Windhok – Southern Africa is the next big thing in oil and gas exploration, with exploratory drilling currently taking place in Mozambique, Namibia and Zimbabwe.
The jewel in the crown is Mozambique, where multinationals are involved in a US$20 billion investment, the largest such private sector-led initiative Africa.
Namibia has also whetted the appetite of oil investors in recent months, with Canadian firm Reconnaissance Africa starting explorative drilling in the Kavango Delta.
In Zimbabwe, Australian firm Invictus has been talking up the prospects of its exploratory work on oil potential in the Muzarabani Basin.
Although these are still very early days for the both the Namibia and Zimbabwe prospects, initial indications are positive.
This week Reconnaissance Africa announced it had successfully drilled its first of three wells in the Okavango Basin in an environmentally friendly manner, as the delta is an ecologically sensitive site.
“In accordance with the contractual obligations in the Ministry of Mines and Energy, Recon Africa has achieved total depth on the 6-2 well, the first of the three drilling. The stratigraphic test well has accomplished all the goals Recon Africa set for it which includes the acquisition of an abundance of whole and sidewall core along with cuttings and significant well log data.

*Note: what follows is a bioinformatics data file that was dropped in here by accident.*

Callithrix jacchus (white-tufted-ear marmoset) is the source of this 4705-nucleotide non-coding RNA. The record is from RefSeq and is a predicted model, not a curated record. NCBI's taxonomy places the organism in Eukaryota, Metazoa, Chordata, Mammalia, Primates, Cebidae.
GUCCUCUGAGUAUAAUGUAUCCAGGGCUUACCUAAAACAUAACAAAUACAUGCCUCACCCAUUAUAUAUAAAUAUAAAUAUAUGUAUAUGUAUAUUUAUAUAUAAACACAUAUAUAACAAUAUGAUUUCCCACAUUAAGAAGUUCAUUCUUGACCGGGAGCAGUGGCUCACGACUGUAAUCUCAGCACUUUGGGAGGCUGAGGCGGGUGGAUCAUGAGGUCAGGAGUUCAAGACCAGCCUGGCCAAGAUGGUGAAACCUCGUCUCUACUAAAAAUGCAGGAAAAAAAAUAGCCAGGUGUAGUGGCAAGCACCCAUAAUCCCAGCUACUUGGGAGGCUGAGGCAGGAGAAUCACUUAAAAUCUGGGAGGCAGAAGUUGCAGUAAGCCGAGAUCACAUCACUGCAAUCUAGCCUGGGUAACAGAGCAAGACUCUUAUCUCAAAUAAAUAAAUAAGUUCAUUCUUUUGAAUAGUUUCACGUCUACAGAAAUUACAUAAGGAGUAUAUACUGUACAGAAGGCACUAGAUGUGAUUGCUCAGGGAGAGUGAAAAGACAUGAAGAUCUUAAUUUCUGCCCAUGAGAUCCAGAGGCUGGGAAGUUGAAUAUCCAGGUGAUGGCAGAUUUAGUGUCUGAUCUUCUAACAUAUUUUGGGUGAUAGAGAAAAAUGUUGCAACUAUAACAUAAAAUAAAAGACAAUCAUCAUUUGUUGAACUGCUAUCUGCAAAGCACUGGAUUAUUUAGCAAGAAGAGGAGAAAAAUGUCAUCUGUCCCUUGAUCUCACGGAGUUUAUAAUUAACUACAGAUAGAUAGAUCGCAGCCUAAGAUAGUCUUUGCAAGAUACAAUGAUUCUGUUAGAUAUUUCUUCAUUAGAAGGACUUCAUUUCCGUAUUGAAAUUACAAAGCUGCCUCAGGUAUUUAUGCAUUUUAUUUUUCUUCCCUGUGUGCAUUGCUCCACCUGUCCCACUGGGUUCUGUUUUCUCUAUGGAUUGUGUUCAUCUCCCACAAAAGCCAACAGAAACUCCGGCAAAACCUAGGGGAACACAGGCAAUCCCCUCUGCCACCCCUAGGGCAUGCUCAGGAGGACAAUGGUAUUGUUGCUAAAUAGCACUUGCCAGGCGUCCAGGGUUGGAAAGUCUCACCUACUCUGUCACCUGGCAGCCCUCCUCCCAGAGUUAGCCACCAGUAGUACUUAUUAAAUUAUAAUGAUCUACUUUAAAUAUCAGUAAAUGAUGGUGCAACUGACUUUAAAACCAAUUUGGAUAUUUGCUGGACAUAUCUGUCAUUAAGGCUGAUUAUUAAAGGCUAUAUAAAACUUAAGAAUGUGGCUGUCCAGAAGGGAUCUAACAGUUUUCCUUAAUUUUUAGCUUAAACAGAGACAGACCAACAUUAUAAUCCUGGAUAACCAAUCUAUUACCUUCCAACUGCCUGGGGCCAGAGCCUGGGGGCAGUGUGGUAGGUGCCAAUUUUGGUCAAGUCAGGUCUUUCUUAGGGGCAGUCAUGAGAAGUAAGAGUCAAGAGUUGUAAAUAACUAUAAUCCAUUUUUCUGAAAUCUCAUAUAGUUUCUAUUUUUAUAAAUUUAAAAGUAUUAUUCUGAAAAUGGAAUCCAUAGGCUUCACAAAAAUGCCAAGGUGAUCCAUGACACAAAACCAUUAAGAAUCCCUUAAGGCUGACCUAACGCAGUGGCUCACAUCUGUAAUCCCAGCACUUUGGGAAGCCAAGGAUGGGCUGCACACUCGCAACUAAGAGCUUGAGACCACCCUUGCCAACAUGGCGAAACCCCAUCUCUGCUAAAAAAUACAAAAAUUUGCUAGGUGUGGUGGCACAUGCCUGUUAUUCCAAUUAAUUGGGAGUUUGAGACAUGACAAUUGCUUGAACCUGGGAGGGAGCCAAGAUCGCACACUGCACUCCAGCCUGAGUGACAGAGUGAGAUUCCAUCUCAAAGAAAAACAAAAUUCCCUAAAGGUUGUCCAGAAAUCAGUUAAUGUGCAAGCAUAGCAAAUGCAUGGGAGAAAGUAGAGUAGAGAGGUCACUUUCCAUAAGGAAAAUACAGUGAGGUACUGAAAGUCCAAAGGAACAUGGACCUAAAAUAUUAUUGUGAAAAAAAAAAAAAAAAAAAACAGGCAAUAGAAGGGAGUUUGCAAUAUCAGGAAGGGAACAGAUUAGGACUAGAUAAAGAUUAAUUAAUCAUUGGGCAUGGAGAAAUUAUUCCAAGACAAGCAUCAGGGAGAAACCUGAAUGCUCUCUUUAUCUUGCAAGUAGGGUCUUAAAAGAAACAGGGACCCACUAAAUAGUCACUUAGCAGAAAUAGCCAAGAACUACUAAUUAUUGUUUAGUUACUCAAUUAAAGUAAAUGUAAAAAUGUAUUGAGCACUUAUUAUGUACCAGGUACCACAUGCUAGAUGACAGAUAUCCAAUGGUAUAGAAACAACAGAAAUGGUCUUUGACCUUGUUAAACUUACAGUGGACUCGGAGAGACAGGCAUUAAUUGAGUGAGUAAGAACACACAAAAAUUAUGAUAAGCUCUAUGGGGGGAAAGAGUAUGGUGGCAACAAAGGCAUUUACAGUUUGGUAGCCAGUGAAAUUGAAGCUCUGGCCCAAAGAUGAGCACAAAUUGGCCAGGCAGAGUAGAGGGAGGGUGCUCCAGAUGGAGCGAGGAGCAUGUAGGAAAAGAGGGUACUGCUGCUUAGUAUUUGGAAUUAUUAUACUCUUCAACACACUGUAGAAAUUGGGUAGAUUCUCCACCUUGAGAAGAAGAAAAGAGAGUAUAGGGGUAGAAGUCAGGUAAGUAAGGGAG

“… All data is undergoing a comprehensive analysis by Recon Africa ‘s Namibian and North American Technical team,” the company said.
Namibian Ministry of Environment, Forestry and Tourism chief PR officer Mr Romeo Muyunda urged interested parties to inspect the environment impact assessment report.
Apart from the ongoing drilling by Recon Africa, Namibia last week saw Qatar Petroleum announce that it would join Shell in development of two exploration blocks in the country’s Atlantic waters.
Elsewhere in the region, Zimbabwean President Emmerson Mnangagwa recently signalled his government’s support for ongoing drilling in Muzarabani by Invictus Energy.
President Mnangagwa said that if the advent of the oil resources are anything to go by the investments will go a long way in changing the fortunes of the Southern African country which also boasts of a host of other minerals including platinum, cobalt, nickel, gold, copper and diamonds.